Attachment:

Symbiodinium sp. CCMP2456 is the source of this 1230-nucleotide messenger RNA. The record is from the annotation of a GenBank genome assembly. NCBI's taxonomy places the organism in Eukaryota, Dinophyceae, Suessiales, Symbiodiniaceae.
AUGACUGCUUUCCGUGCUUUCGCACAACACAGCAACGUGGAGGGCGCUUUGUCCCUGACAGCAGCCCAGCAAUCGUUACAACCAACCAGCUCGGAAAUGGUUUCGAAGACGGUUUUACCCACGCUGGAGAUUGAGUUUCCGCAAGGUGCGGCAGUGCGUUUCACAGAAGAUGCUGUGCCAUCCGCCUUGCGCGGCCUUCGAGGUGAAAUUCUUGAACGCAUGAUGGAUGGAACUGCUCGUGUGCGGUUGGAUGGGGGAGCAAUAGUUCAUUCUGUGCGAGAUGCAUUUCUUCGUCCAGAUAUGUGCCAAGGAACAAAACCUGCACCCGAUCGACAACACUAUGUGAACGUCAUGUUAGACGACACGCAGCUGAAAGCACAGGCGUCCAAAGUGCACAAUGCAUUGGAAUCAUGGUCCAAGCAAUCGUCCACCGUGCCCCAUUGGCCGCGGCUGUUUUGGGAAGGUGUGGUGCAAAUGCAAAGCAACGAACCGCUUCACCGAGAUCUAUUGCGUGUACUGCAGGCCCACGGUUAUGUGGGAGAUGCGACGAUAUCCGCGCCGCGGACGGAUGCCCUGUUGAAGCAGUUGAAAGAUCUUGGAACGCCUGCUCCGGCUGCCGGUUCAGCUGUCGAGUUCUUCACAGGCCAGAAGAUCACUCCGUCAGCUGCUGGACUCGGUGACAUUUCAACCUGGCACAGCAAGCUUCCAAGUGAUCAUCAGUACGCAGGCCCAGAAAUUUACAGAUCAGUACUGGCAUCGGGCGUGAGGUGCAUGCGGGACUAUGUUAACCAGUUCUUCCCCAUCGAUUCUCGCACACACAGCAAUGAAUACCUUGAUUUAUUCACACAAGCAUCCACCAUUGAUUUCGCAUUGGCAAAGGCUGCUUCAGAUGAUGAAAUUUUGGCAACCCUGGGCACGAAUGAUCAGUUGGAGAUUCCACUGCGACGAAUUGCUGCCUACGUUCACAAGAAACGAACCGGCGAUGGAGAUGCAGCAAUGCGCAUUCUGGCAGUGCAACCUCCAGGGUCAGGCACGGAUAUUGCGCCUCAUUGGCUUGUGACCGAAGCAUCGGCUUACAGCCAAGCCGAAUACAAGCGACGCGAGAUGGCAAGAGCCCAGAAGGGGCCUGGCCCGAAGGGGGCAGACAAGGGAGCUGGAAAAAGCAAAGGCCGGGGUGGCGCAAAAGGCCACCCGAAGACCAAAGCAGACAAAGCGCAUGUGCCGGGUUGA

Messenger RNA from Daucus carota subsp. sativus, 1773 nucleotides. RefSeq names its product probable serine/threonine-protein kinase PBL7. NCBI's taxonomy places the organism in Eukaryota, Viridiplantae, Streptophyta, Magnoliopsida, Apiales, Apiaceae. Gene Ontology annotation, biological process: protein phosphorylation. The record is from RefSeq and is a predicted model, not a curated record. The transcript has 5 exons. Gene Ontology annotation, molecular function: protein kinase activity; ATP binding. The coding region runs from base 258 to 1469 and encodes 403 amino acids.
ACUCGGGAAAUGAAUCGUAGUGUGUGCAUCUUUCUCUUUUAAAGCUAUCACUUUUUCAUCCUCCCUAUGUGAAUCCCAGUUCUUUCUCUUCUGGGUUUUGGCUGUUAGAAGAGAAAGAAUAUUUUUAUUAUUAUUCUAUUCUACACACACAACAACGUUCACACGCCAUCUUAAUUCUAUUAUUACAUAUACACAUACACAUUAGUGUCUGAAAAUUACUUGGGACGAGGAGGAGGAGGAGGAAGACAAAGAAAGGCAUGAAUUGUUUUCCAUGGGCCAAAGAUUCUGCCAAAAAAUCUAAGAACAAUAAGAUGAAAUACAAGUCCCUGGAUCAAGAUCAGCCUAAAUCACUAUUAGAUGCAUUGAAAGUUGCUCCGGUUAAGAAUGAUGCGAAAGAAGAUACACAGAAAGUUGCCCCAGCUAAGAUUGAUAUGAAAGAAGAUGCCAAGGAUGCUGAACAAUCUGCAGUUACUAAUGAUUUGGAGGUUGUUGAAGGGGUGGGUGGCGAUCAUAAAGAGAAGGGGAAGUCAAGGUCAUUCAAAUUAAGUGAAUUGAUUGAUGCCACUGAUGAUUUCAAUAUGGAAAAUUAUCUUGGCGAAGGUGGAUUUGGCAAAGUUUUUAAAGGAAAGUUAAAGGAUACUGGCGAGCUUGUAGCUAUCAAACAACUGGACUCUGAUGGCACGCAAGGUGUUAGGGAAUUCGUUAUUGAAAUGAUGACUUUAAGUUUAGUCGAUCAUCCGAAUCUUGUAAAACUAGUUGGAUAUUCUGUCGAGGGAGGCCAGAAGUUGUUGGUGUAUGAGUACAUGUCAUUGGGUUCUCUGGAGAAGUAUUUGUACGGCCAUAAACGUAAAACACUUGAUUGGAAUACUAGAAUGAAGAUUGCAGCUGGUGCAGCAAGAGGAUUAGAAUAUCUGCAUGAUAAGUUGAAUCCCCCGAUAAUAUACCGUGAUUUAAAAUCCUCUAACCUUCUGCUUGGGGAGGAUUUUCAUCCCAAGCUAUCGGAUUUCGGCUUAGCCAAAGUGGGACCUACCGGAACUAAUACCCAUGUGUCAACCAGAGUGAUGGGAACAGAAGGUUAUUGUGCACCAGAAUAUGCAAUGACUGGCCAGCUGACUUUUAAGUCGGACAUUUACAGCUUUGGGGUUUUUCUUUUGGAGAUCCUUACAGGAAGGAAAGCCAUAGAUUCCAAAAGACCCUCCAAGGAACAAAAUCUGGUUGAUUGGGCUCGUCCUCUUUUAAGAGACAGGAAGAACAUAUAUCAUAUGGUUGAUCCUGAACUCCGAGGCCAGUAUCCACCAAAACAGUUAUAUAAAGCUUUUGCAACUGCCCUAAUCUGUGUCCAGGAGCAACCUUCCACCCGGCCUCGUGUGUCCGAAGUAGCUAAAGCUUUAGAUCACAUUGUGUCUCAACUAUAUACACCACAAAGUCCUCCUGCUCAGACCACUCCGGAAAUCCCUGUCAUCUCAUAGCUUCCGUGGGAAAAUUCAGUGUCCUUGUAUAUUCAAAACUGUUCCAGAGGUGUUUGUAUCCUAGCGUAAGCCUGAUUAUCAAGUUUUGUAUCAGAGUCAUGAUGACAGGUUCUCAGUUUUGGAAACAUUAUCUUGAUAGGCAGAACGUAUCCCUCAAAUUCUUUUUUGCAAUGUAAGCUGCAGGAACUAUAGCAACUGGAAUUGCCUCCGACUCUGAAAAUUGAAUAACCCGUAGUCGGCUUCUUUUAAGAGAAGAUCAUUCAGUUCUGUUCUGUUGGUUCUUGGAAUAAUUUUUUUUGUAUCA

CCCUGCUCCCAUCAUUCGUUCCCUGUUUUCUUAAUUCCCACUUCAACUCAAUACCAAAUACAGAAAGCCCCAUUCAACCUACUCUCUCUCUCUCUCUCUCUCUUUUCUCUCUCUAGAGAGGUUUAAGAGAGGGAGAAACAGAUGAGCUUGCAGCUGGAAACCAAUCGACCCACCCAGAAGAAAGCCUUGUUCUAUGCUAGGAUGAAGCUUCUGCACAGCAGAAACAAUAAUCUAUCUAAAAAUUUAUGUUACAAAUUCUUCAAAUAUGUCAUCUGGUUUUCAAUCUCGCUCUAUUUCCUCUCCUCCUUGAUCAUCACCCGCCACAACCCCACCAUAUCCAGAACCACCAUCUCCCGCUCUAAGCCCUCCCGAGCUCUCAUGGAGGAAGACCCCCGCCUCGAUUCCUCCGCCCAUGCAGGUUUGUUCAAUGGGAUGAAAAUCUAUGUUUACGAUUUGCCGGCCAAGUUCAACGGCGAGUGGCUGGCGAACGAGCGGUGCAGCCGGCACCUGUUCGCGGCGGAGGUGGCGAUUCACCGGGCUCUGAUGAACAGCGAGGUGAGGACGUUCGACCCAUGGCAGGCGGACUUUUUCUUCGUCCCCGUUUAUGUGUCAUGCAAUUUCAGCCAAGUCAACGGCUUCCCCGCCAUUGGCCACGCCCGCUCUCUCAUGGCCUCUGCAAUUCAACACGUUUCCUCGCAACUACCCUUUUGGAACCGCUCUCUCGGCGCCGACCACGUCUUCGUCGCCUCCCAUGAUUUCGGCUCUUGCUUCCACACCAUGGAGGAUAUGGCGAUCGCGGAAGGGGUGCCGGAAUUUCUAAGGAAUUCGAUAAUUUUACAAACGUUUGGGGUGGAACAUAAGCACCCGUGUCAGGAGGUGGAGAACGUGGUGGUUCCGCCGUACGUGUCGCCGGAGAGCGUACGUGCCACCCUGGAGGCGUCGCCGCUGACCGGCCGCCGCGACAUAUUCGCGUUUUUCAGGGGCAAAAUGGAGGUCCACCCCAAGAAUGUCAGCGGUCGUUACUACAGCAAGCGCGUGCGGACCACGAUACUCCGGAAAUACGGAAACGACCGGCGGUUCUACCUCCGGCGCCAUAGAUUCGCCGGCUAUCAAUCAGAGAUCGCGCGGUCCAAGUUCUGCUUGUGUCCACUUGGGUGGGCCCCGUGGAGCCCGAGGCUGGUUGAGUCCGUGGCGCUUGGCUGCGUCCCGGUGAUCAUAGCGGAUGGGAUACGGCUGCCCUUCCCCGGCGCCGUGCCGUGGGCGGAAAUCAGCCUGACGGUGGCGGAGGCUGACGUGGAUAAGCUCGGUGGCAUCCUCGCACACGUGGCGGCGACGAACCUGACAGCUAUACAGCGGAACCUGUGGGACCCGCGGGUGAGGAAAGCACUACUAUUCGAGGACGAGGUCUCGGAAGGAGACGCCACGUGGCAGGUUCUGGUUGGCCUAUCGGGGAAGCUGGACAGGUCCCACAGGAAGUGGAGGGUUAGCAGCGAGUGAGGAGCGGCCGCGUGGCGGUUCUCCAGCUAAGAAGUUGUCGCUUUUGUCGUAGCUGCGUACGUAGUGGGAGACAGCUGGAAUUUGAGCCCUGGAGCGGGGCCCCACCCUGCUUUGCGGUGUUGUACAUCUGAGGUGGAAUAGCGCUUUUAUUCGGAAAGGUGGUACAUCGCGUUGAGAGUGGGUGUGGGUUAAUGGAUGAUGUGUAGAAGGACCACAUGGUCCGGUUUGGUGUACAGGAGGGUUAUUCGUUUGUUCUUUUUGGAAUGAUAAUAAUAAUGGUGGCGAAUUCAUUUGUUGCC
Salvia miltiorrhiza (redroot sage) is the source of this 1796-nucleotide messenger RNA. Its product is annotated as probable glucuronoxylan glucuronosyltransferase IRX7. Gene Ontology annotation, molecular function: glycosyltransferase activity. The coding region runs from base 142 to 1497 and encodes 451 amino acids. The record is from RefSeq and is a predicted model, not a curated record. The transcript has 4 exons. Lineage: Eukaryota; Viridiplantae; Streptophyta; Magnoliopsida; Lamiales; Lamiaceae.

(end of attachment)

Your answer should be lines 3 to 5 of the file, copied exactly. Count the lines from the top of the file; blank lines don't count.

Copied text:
Messenger RNA from Daucus carota subsp. sativus, 1773 nucleotides. RefSeq names its product probable serine/threonine-protein kinase PBL7. NCBI's taxonomy places the organism in Eukaryota, Viridiplantae, Streptophyta, Magnoliopsida, Apiales, Apiaceae. Gene Ontology annotation, biological process: protein phosphorylation. The record is from RefSeq and is a predicted model, not a curated record. The transcript has 5 exons. Gene Ontology annotation, molecular function: protein kinase activity; ATP binding. The coding region runs from base 258 to 1469 and encodes 403 amino acids.
ACUCGGGAAAUGAAUCGUAGUGUGUGCAUCUUUCUCUUUUAAAGCUAUCACUUUUUCAUCCUCCCUAUGUGAAUCCCAGUUCUUUCUCUUCUGGGUUUUGGCUGUUAGAAGAGAAAGAAUAUUUUUAUUAUUAUUCUAUUCUACACACACAACAACGUUCACACGCCAUCUUAAUUCUAUUAUUACAUAUACACAUACACAUUAGUGUCUGAAAAUUACUUGGGACGAGGAGGAGGAGGAGGAAGACAAAGAAAGGCAUGAAUUGUUUUCCAUGGGCCAAAGAUUCUGCCAAAAAAUCUAAGAACAAUAAGAUGAAAUACAAGUCCCUGGAUCAAGAUCAGCCUAAAUCACUAUUAGAUGCAUUGAAAGUUGCUCCGGUUAAGAAUGAUGCGAAAGAAGAUACACAGAAAGUUGCCCCAGCUAAGAUUGAUAUGAAAGAAGAUGCCAAGGAUGCUGAACAAUCUGCAGUUACUAAUGAUUUGGAGGUUGUUGAAGGGGUGGGUGGCGAUCAUAAAGAGAAGGGGAAGUCAAGGUCAUUCAAAUUAAGUGAAUUGAUUGAUGCCACUGAUGAUUUCAAUAUGGAAAAUUAUCUUGGCGAAGGUGGAUUUGGCAAAGUUUUUAAAGGAAAGUUAAAGGAUACUGGCGAGCUUGUAGCUAUCAAACAACUGGACUCUGAUGGCACGCAAGGUGUUAGGGAAUUCGUUAUUGAAAUGAUGACUUUAAGUUUAGUCGAUCAUCCGAAUCUUGUAAAACUAGUUGGAUAUUCUGUCGAGGGAGGCCAGAAGUUGUUGGUGUAUGAGUACAUGUCAUUGGGUUCUCUGGAGAAGUAUUUGUACGGCCAUAAACGUAAAACACUUGAUUGGAAUACUAGAAUGAAGAUUGCAGCUGGUGCAGCAAGAGGAUUAGAAUAUCUGCAUGAUAAGUUGAAUCCCCCGAUAAUAUACCGUGAUUUAAAAUCCUCUAACCUUCUGCUUGGGGAGGAUUUUCAUCCCAAGCUAUCGGAUUUCGGCUUAGCCAAAGUGGGACCUACCGGAACUAAUACCCAUGUGUCAACCAGAGUGAUGGGAACAGAAGGUUAUUGUGCACCAGAAUAUGCAAUGACUGGCCAGCUGACUUUUAAGUCGGACAUUUACAGCUUUGGGGUUUUUCUUUUGGAGAUCCUUACAGGAAGGAAAGCCAUAGAUUCCAAAAGACCCUCCAAGGAACAAAAUCUGGUUGAUUGGGCUCGUCCUCUUUUAAGAGACAGGAAGAACAUAUAUCAUAUGGUUGAUCCUGAACUCCGAGGCCAGUAUCCACCAAAACAGUUAUAUAAAGCUUUUGCAACUGCCCUAAUCUGUGUCCAGGAGCAACCUUCCACCCGGCCUCGUGUGUCCGAAGUAGCUAAAGCUUUAGAUCACAUUGUGUCUCAACUAUAUACACCACAAAGUCCUCCUGCUCAGACCACUCCGGAAAUCCCUGUCAUCUCAUAGCUUCCGUGGGAAAAUUCAGUGUCCUUGUAUAUUCAAAACUGUUCCAGAGGUGUUUGUAUCCUAGCGUAAGCCUGAUUAUCAAGUUUUGUAUCAGAGUCAUGAUGACAGGUUCUCAGUUUUGGAAACAUUAUCUUGAUAGGCAGAACGUAUCCCUCAAAUUCUUUUUUGCAAUGUAAGCUGCAGGAACUAUAGCAACUGGAAUUGCCUCCGACUCUGAAAAUUGAAUAACCCGUAGUCGGCUUCUUUUAAGAGAAGAUCAUUCAGUUCUGUUCUGUUGGUUCUUGGAAUAAUUUUUUUUGUAUCA

CCCUGCUCCCAUCAUUCGUUCCCUGUUUUCUUAAUUCCCACUUCAACUCAAUACCAAAUACAGAAAGCCCCAUUCAACCUACUCUCUCUCUCUCUCUCUCUCUUUUCUCUCUCUAGAGAGGUUUAAGAGAGGGAGAAACAGAUGAGCUUGCAGCUGGAAACCAAUCGACCCACCCAGAAGAAAGCCUUGUUCUAUGCUAGGAUGAAGCUUCUGCACAGCAGAAACAAUAAUCUAUCUAAAAAUUUAUGUUACAAAUUCUUCAAAUAUGUCAUCUGGUUUUCAAUCUCGCUCUAUUUCCUCUCCUCCUUGAUCAUCACCCGCCACAACCCCACCAUAUCCAGAACCACCAUCUCCCGCUCUAAGCCCUCCCGAGCUCUCAUGGAGGAAGACCCCCGCCUCGAUUCCUCCGCCCAUGCAGGUUUGUUCAAUGGGAUGAAAAUCUAUGUUUACGAUUUGCCGGCCAAGUUCAACGGCGAGUGGCUGGCGAACGAGCGGUGCAGCCGGCACCUGUUCGCGGCGGAGGUGGCGAUUCACCGGGCUCUGAUGAACAGCGAGGUGAGGACGUUCGACCCAUGGCAGGCGGACUUUUUCUUCGUCCCCGUUUAUGUGUCAUGCAAUUUCAGCCAAGUCAACGGCUUCCCCGCCAUUGGCCACGCCCGCUCUCUCAUGGCCUCUGCAAUUCAACACGUUUCCUCGCAACUACCCUUUUGGAACCGCUCUCUCGGCGCCGACCACGUCUUCGUCGCCUCCCAUGAUUUCGGCUCUUGCUUCCACACCAUGGAGGAUAUGGCGAUCGCGGAAGGGGUGCCGGAAUUUCUAAGGAAUUCGAUAAUUUUACAAACGUUUGGGGUGGAACAUAAGCACCCGUGUCAGGAGGUGGAGAACGUGGUGGUUCCGCCGUACGUGUCGCCGGAGAGCGUACGUGCCACCCUGGAGGCGUCGCCGCUGACCGGCCGCCGCGACAUAUUCGCGUUUUUCAGGGGCAAAAUGGAGGUCCACCCCAAGAAUGUCAGCGGUCGUUACUACAGCAAGCGCGUGCGGACCACGAUACUCCGGAAAUACGGAAACGACCGGCGGUUCUACCUCCGGCGCCAUAGAUUCGCCGGCUAUCAAUCAGAGAUCGCGCGGUCCAAGUUCUGCUUGUGUCCACUUGGGUGGGCCCCGUGGAGCCCGAGGCUGGUUGAGUCCGUGGCGCUUGGCUGCGUCCCGGUGAUCAUAGCGGAUGGGAUACGGCUGCCCUUCCCCGGCGCCGUGCCGUGGGCGGAAAUCAGCCUGACGGUGGCGGAGGCUGACGUGGAUAAGCUCGGUGGCAUCCUCGCACACGUGGCGGCGACGAACCUGACAGCUAUACAGCGGAACCUGUGGGACCCGCGGGUGAGGAAAGCACUACUAUUCGAGGACGAGGUCUCGGAAGGAGACGCCACGUGGCAGGUUCUGGUUGGCCUAUCGGGGAAGCUGGACAGGUCCCACAGGAAGUGGAGGGUUAGCAGCGAGUGAGGAGCGGCCGCGUGGCGGUUCUCCAGCUAAGAAGUUGUCGCUUUUGUCGUAGCUGCGUACGUAGUGGGAGACAGCUGGAAUUUGAGCCCUGGAGCGGGGCCCCACCCUGCUUUGCGGUGUUGUACAUCUGAGGUGGAAUAGCGCUUUUAUUCGGAAAGGUGGUACAUCGCGUUGAGAGUGGGUGUGGGUUAAUGGAUGAUGUGUAGAAGGACCACAUGGUCCGGUUUGGUGUACAGGAGGGUUAUUCGUUUGUUCUUUUUGGAAUGAUAAUAAUAAUGGUGGCGAAUUCAUUUGUUGCC